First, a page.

Use of mutation specific antibodies to detect EGFR status in small biopsy and cytology specimens of lung adenocarcinoma

Department of Pathology, Memorial Sloan-Kettering Cancer Center, New York, NY 10065, USA.
Lung cancer (Amsterdam, Netherlands) (Impact Factor: 3.14). 04/2012; 77(2):299-305. DOI: 10.1016/j.lungcan.2012.04.004
Source: PubMed

ABSTRACT EGFR mutation status is the best predictor of response to tyrosine kinase inhibitors (TKIS) in primary lung adenocarcinoma. Approximately 70% of lung cancers are diagnosed in advanced stages where small biopsies and cytological specimens are the only source of material for both diagnosis and mutation testing. Specific antibodies that can detect mutant EGFR protein were evaluated for the detection of EGFR mutation by immunohistochemistry (IHC) in cytology and small biopsy specimens.
Assessment of EGFR mutation status was performed by using antibodies specific to the two major forms of mutant EGFR, exon 21 L858R and exon 19 deletion (15bp). The study was performed in 145 lung adenocarcinomas, including cytology material, core biopsy, and decalcified bone biopsy. Stains were scored as negative (0), 1+ (weak and focal), 2+ (moderate intensity and focal), and 3+ (strong and diffuse). The result of the IHC stains was correlated with mutations status determined by standard molecular methods.
Validation using clinical material showed deletions in exon 19 were detected in 35% and L858R mutation in 17.6% of all cases by standard molecular methods. A cutoff value of 2+ was used as positive by IHC. No wild type cases were immunoreactive. The positive predictive value (PPV) and specificity for both antibodies was 100%. The antibodies performed well in cytology, core biopsies and decalcified bone biopsies.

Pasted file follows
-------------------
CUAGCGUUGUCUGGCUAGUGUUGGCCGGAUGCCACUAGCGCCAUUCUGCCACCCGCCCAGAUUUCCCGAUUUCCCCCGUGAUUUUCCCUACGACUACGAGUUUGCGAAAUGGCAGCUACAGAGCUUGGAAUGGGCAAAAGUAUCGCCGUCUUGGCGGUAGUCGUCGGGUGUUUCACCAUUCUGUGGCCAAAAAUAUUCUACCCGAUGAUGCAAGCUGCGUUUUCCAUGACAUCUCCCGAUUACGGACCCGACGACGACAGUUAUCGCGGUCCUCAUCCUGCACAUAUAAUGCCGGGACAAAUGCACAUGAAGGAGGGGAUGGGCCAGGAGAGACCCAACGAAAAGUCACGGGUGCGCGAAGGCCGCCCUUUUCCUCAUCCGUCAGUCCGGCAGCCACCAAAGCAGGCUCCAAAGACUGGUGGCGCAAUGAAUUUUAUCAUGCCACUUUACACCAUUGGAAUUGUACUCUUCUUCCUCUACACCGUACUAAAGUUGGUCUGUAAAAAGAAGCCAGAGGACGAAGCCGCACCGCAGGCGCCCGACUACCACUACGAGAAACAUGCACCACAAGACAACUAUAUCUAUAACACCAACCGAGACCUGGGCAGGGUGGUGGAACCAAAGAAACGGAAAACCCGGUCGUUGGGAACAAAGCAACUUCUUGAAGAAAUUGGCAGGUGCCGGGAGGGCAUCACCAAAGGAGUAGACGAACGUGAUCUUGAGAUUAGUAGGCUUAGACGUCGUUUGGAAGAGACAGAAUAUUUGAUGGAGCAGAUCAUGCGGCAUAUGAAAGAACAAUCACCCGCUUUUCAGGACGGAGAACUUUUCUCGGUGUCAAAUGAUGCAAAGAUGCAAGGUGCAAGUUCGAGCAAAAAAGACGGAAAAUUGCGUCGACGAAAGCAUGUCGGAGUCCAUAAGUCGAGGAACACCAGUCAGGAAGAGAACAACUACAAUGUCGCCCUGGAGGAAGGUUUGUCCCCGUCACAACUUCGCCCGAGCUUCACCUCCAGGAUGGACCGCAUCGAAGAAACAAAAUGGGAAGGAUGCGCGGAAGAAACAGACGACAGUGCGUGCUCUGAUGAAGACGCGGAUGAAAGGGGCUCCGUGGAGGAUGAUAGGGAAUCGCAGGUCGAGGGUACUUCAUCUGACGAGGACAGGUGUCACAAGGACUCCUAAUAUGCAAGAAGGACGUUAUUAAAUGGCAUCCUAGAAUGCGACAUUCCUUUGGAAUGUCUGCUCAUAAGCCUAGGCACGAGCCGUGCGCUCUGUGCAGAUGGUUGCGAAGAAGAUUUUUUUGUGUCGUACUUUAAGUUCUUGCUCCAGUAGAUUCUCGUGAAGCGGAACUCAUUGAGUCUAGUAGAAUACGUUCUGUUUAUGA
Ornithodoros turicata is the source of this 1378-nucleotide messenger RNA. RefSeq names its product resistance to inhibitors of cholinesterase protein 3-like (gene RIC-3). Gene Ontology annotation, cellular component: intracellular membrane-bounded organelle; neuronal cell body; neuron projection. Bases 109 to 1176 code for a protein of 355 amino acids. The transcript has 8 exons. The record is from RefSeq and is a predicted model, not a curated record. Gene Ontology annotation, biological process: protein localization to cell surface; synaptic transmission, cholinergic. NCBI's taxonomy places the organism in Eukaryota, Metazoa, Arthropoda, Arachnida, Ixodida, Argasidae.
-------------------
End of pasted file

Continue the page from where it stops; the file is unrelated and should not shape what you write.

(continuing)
Immunostaining to detect specific mutant EGFR shows a good correlation with mutation analysis and can be used as a screening method to identify patients for TKI therapy. IHC methodology is potentially useful when molecular analysis is not available and for use in small biopsies when material is too scant for molecular tests. Importantly mutation specific antibodies are useful in determining EGFR status in tissues obtained from bone biopsy as decalcification processes used in molecular based studies often result in DNA degradation hindering mutation detection.

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